Another object of the present invention is to provide a charging member, a charging apparatus, an image forming apparatus, and a process cartridge, which are superior in particle retention.

Another object of the present invention is to provide a charging member, a charging apparatus, an image forming apparatus, and a process cartridge, which are capable of temporarily storing transfer residual developer.

These and other objects, features, and advantages of the present invention will become more apparent upon consideration of the following description of the preferred embodiments of the present invention, taken in conjunction with the accompanying drawings.

BRIEF DESCRIPTION OF THE DRAWINGS

FIG. 1 is a schematic sectional view of the image forming apparatus in an embodiment of the present invention, for showing the general structure thereof.

FIG. 2 is a schematic drawing for showing how to measure the quantity of air flow through the foamed elastic portion of the charging member.

FIG. 3 is an enlarged schematic sectional view of the peripheral portion of the photoconductive member with a charge injectable surface layer, for showing the laminar structure thereof.

FIG. 4 is an enlarged schematic sectional view of the foamed elastic portion of the charging member, in which cells are randomly connected to only some of the adjacent cells, for showing the manner in which particles are taken into the foamed elastic portion, or expelled therefrom.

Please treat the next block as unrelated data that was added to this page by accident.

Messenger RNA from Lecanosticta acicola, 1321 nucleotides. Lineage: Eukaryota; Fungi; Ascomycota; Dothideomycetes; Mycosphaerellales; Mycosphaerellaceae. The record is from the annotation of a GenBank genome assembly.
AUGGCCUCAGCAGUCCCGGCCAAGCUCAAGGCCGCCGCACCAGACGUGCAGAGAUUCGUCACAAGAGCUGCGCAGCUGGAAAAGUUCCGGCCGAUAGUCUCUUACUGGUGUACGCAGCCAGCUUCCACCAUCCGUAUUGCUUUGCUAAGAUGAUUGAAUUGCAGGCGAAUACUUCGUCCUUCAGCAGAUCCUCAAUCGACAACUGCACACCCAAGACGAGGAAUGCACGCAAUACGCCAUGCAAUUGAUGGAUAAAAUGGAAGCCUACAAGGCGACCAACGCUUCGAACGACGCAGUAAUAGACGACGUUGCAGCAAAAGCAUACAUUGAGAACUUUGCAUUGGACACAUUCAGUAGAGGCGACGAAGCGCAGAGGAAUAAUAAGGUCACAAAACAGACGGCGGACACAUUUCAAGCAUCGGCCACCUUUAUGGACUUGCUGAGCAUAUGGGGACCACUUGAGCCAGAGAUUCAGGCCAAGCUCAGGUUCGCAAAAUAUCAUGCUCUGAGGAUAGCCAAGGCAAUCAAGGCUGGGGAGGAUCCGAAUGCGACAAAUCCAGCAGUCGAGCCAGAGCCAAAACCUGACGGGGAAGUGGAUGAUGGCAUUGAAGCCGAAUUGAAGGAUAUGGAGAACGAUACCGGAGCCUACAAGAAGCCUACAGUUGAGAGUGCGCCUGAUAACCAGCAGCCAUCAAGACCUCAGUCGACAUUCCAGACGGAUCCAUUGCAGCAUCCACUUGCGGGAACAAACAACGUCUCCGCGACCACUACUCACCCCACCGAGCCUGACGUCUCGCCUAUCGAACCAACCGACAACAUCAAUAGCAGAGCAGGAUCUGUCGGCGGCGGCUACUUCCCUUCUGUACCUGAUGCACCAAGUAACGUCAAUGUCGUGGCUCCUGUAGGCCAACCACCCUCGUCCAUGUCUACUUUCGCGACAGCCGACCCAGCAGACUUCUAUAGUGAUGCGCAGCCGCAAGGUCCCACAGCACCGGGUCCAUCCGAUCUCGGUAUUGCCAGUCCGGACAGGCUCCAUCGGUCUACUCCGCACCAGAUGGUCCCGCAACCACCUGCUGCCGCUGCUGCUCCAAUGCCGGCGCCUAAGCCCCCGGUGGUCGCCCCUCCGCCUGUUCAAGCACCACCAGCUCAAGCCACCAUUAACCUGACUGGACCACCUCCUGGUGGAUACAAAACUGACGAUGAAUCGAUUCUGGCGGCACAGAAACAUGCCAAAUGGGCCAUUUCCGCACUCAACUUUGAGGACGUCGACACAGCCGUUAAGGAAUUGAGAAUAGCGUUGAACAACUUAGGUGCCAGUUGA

FIG. 5 is an enlarged schematic sectional view of the foamed elastic portion of the charging member, in which cells are randomly interconnected, for showing the manner in which particles are taken into the foamed elastic portion, or expelled therefrom.

FIG. 6 is an enlarged schematic sectional view of the foamed elastic portion of the charging member, in which cells are discrete, for showing the manner in which particles are taken into the foamed elastic portion, or expelled therefrom.

FIG. 7 is a graph for showing the characteristics of the charging members in terms of charging performance.

FIG. 8 is an enlarged view of the surface of the charging member in the embodiment of the present invention.

DESCRIPTION OF THE PREFERRED EMBODIMENTS

(Embodiment 1)

FIG. 1 is a schematic sectional view of a typical image forming apparatus equipped with a charging member or a contact charging apparatus in accordance with the present invention, for showing the general structure thereof.